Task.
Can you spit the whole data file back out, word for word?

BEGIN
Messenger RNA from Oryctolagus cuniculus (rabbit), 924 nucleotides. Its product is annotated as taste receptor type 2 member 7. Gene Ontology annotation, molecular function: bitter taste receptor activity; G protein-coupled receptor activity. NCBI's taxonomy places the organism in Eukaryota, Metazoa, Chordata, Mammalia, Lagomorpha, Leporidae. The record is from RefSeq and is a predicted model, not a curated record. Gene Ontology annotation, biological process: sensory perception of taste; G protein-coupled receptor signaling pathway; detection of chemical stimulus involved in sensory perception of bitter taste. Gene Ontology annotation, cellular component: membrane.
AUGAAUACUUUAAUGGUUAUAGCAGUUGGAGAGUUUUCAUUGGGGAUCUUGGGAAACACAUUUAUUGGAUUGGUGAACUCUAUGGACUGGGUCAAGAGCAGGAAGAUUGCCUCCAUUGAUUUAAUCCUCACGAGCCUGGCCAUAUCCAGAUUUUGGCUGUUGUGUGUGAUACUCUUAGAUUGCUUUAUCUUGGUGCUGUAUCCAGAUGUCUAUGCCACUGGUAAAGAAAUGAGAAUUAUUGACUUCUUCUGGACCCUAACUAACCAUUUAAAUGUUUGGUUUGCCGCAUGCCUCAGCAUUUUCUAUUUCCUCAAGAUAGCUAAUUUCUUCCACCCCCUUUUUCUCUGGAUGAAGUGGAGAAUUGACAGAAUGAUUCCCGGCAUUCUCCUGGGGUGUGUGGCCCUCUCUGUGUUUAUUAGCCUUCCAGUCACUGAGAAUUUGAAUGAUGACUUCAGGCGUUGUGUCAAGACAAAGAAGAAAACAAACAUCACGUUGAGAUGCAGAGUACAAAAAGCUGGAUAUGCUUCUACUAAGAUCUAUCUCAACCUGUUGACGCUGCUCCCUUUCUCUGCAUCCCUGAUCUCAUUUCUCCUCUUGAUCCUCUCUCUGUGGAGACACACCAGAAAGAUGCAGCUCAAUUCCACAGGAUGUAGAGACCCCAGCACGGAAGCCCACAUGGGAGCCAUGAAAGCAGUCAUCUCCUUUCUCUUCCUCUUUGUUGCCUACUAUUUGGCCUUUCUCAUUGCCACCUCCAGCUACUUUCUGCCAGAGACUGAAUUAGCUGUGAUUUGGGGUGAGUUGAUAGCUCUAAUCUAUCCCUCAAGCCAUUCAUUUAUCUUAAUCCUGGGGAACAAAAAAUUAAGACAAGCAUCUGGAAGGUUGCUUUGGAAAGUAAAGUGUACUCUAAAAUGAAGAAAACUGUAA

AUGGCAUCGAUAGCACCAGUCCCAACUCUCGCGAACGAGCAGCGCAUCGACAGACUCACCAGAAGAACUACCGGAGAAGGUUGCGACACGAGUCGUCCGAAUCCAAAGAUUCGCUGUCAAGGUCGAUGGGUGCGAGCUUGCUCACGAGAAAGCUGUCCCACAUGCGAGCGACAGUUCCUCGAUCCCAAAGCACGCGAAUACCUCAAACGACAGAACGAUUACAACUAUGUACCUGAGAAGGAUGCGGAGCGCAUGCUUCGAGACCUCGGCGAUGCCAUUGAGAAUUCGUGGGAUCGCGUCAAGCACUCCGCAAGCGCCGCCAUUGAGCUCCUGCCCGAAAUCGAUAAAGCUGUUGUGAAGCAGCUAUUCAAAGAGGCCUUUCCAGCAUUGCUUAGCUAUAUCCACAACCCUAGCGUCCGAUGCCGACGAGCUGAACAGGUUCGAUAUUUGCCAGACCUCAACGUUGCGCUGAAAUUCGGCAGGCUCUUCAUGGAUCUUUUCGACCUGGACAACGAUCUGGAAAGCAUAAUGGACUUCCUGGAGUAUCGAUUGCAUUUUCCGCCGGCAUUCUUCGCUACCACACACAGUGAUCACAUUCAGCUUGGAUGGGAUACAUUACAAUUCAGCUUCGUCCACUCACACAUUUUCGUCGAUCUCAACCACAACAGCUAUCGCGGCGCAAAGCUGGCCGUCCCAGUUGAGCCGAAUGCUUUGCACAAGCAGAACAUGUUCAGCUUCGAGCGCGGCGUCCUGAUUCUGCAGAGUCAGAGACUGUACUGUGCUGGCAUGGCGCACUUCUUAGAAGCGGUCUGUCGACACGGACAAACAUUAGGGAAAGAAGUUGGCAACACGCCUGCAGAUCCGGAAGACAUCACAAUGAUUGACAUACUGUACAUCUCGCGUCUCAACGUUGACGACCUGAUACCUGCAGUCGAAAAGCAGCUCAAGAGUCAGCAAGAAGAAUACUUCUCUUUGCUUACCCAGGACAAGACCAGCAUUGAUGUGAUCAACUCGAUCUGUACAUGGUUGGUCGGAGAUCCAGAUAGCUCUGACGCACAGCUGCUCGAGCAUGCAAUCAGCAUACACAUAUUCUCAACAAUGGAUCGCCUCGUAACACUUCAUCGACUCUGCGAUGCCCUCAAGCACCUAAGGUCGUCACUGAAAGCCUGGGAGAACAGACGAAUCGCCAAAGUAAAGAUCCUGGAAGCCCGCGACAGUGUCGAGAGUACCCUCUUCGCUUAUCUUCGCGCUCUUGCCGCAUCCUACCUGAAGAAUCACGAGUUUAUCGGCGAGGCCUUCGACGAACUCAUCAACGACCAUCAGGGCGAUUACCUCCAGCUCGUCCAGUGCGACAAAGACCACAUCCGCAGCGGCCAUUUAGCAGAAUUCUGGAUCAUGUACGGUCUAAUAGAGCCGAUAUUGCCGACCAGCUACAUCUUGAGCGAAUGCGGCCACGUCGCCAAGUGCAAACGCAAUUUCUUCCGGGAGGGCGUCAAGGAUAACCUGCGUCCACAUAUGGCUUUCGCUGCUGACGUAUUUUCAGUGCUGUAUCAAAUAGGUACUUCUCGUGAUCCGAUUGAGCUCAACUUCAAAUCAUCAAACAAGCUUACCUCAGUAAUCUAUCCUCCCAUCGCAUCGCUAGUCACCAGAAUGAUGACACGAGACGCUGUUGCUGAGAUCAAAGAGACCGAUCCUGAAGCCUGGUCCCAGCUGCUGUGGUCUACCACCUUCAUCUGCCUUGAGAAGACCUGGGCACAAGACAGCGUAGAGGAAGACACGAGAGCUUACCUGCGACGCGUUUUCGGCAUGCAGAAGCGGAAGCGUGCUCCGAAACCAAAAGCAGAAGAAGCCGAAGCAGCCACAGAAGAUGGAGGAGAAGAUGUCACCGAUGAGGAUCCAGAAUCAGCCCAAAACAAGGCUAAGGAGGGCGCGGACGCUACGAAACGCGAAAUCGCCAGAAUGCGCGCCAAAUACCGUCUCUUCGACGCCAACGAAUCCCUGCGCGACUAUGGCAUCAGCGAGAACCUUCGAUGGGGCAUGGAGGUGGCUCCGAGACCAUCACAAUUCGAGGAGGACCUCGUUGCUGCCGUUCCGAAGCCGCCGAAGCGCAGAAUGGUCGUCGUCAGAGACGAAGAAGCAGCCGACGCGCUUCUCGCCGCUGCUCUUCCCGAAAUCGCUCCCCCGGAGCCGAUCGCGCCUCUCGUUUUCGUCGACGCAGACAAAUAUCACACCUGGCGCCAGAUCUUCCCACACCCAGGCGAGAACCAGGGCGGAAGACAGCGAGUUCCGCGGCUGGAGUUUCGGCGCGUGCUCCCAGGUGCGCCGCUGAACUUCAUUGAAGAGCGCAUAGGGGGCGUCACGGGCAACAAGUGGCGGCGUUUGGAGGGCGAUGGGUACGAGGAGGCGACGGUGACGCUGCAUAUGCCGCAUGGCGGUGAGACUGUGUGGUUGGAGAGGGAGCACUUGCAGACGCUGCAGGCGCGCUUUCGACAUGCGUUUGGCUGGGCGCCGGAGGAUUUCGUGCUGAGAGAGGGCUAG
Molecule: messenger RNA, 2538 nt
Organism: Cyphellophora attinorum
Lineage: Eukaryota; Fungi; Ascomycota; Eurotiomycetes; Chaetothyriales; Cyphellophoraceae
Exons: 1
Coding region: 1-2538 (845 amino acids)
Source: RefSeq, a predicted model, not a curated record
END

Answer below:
Messenger RNA from Oryctolagus cuniculus (rabbit), 924 nucleotides. Its product is annotated as taste receptor type 2 member 7. Gene Ontology annotation, molecular function: bitter taste receptor activity; G protein-coupled receptor activity. NCBI's taxonomy places the organism in Eukaryota, Metazoa, Chordata, Mammalia, Lagomorpha, Leporidae. The record is from RefSeq and is a predicted model, not a curated record. Gene Ontology annotation, biological process: sensory perception of taste; G protein-coupled receptor signaling pathway; detection of chemical stimulus involved in sensory perception of bitter taste. Gene Ontology annotation, cellular component: membrane.
AUGAAUACUUUAAUGGUUAUAGCAGUUGGAGAGUUUUCAUUGGGGAUCUUGGGAAACACAUUUAUUGGAUUGGUGAACUCUAUGGACUGGGUCAAGAGCAGGAAGAUUGCCUCCAUUGAUUUAAUCCUCACGAGCCUGGCCAUAUCCAGAUUUUGGCUGUUGUGUGUGAUACUCUUAGAUUGCUUUAUCUUGGUGCUGUAUCCAGAUGUCUAUGCCACUGGUAAAGAAAUGAGAAUUAUUGACUUCUUCUGGACCCUAACUAACCAUUUAAAUGUUUGGUUUGCCGCAUGCCUCAGCAUUUUCUAUUUCCUCAAGAUAGCUAAUUUCUUCCACCCCCUUUUUCUCUGGAUGAAGUGGAGAAUUGACAGAAUGAUUCCCGGCAUUCUCCUGGGGUGUGUGGCCCUCUCUGUGUUUAUUAGCCUUCCAGUCACUGAGAAUUUGAAUGAUGACUUCAGGCGUUGUGUCAAGACAAAGAAGAAAACAAACAUCACGUUGAGAUGCAGAGUACAAAAAGCUGGAUAUGCUUCUACUAAGAUCUAUCUCAACCUGUUGACGCUGCUCCCUUUCUCUGCAUCCCUGAUCUCAUUUCUCCUCUUGAUCCUCUCUCUGUGGAGACACACCAGAAAGAUGCAGCUCAAUUCCACAGGAUGUAGAGACCCCAGCACGGAAGCCCACAUGGGAGCCAUGAAAGCAGUCAUCUCCUUUCUCUUCCUCUUUGUUGCCUACUAUUUGGCCUUUCUCAUUGCCACCUCCAGCUACUUUCUGCCAGAGACUGAAUUAGCUGUGAUUUGGGGUGAGUUGAUAGCUCUAAUCUAUCCCUCAAGCCAUUCAUUUAUCUUAAUCCUGGGGAACAAAAAAUUAAGACAAGCAUCUGGAAGGUUGCUUUGGAAAGUAAAGUGUACUCUAAAAUGAAGAAAACUGUAA

AUGGCAUCGAUAGCACCAGUCCCAACUCUCGCGAACGAGCAGCGCAUCGACAGACUCACCAGAAGAACUACCGGAGAAGGUUGCGACACGAGUCGUCCGAAUCCAAAGAUUCGCUGUCAAGGUCGAUGGGUGCGAGCUUGCUCACGAGAAAGCUGUCCCACAUGCGAGCGACAGUUCCUCGAUCCCAAAGCACGCGAAUACCUCAAACGACAGAACGAUUACAACUAUGUACCUGAGAAGGAUGCGGAGCGCAUGCUUCGAGACCUCGGCGAUGCCAUUGAGAAUUCGUGGGAUCGCGUCAAGCACUCCGCAAGCGCCGCCAUUGAGCUCCUGCCCGAAAUCGAUAAAGCUGUUGUGAAGCAGCUAUUCAAAGAGGCCUUUCCAGCAUUGCUUAGCUAUAUCCACAACCCUAGCGUCCGAUGCCGACGAGCUGAACAGGUUCGAUAUUUGCCAGACCUCAACGUUGCGCUGAAAUUCGGCAGGCUCUUCAUGGAUCUUUUCGACCUGGACAACGAUCUGGAAAGCAUAAUGGACUUCCUGGAGUAUCGAUUGCAUUUUCCGCCGGCAUUCUUCGCUACCACACACAGUGAUCACAUUCAGCUUGGAUGGGAUACAUUACAAUUCAGCUUCGUCCACUCACACAUUUUCGUCGAUCUCAACCACAACAGCUAUCGCGGCGCAAAGCUGGCCGUCCCAGUUGAGCCGAAUGCUUUGCACAAGCAGAACAUGUUCAGCUUCGAGCGCGGCGUCCUGAUUCUGCAGAGUCAGAGACUGUACUGUGCUGGCAUGGCGCACUUCUUAGAAGCGGUCUGUCGACACGGACAAACAUUAGGGAAAGAAGUUGGCAACACGCCUGCAGAUCCGGAAGACAUCACAAUGAUUGACAUACUGUACAUCUCGCGUCUCAACGUUGACGACCUGAUACCUGCAGUCGAAAAGCAGCUCAAGAGUCAGCAAGAAGAAUACUUCUCUUUGCUUACCCAGGACAAGACCAGCAUUGAUGUGAUCAACUCGAUCUGUACAUGGUUGGUCGGAGAUCCAGAUAGCUCUGACGCACAGCUGCUCGAGCAUGCAAUCAGCAUACACAUAUUCUCAACAAUGGAUCGCCUCGUAACACUUCAUCGACUCUGCGAUGCCCUCAAGCACCUAAGGUCGUCACUGAAAGCCUGGGAGAACAGACGAAUCGCCAAAGUAAAGAUCCUGGAAGCCCGCGACAGUGUCGAGAGUACCCUCUUCGCUUAUCUUCGCGCUCUUGCCGCAUCCUACCUGAAGAAUCACGAGUUUAUCGGCGAGGCCUUCGACGAACUCAUCAACGACCAUCAGGGCGAUUACCUCCAGCUCGUCCAGUGCGACAAAGACCACAUCCGCAGCGGCCAUUUAGCAGAAUUCUGGAUCAUGUACGGUCUAAUAGAGCCGAUAUUGCCGACCAGCUACAUCUUGAGCGAAUGCGGCCACGUCGCCAAGUGCAAACGCAAUUUCUUCCGGGAGGGCGUCAAGGAUAACCUGCGUCCACAUAUGGCUUUCGCUGCUGACGUAUUUUCAGUGCUGUAUCAAAUAGGUACUUCUCGUGAUCCGAUUGAGCUCAACUUCAAAUCAUCAAACAAGCUUACCUCAGUAAUCUAUCCUCCCAUCGCAUCGCUAGUCACCAGAAUGAUGACACGAGACGCUGUUGCUGAGAUCAAAGAGACCGAUCCUGAAGCCUGGUCCCAGCUGCUGUGGUCUACCACCUUCAUCUGCCUUGAGAAGACCUGGGCACAAGACAGCGUAGAGGAAGACACGAGAGCUUACCUGCGACGCGUUUUCGGCAUGCAGAAGCGGAAGCGUGCUCCGAAACCAAAAGCAGAAGAAGCCGAAGCAGCCACAGAAGAUGGAGGAGAAGAUGUCACCGAUGAGGAUCCAGAAUCAGCCCAAAACAAGGCUAAGGAGGGCGCGGACGCUACGAAACGCGAAAUCGCCAGAAUGCGCGCCAAAUACCGUCUCUUCGACGCCAACGAAUCCCUGCGCGACUAUGGCAUCAGCGAGAACCUUCGAUGGGGCAUGGAGGUGGCUCCGAGACCAUCACAAUUCGAGGAGGACCUCGUUGCUGCCGUUCCGAAGCCGCCGAAGCGCAGAAUGGUCGUCGUCAGAGACGAAGAAGCAGCCGACGCGCUUCUCGCCGCUGCUCUUCCCGAAAUCGCUCCCCCGGAGCCGAUCGCGCCUCUCGUUUUCGUCGACGCAGACAAAUAUCACACCUGGCGCCAGAUCUUCCCACACCCAGGCGAGAACCAGGGCGGAAGACAGCGAGUUCCGCGGCUGGAGUUUCGGCGCGUGCUCCCAGGUGCGCCGCUGAACUUCAUUGAAGAGCGCAUAGGGGGCGUCACGGGCAACAAGUGGCGGCGUUUGGAGGGCGAUGGGUACGAGGAGGCGACGGUGACGCUGCAUAUGCCGCAUGGCGGUGAGACUGUGUGGUUGGAGAGGGAGCACUUGCAGACGCUGCAGGCGCGCUUUCGACAUGCGUUUGGCUGGGCGCCGGAGGAUUUCGUGCUGAGAGAGGGCUAG
Molecule: messenger RNA, 2538 nt
Organism: Cyphellophora attinorum
Lineage: Eukaryota; Fungi; Ascomycota; Eurotiomycetes; Chaetothyriales; Cyphellophoraceae
Exons: 1
Coding region: 1-2538 (845 amino acids)
Source: RefSeq, a predicted model, not a curated record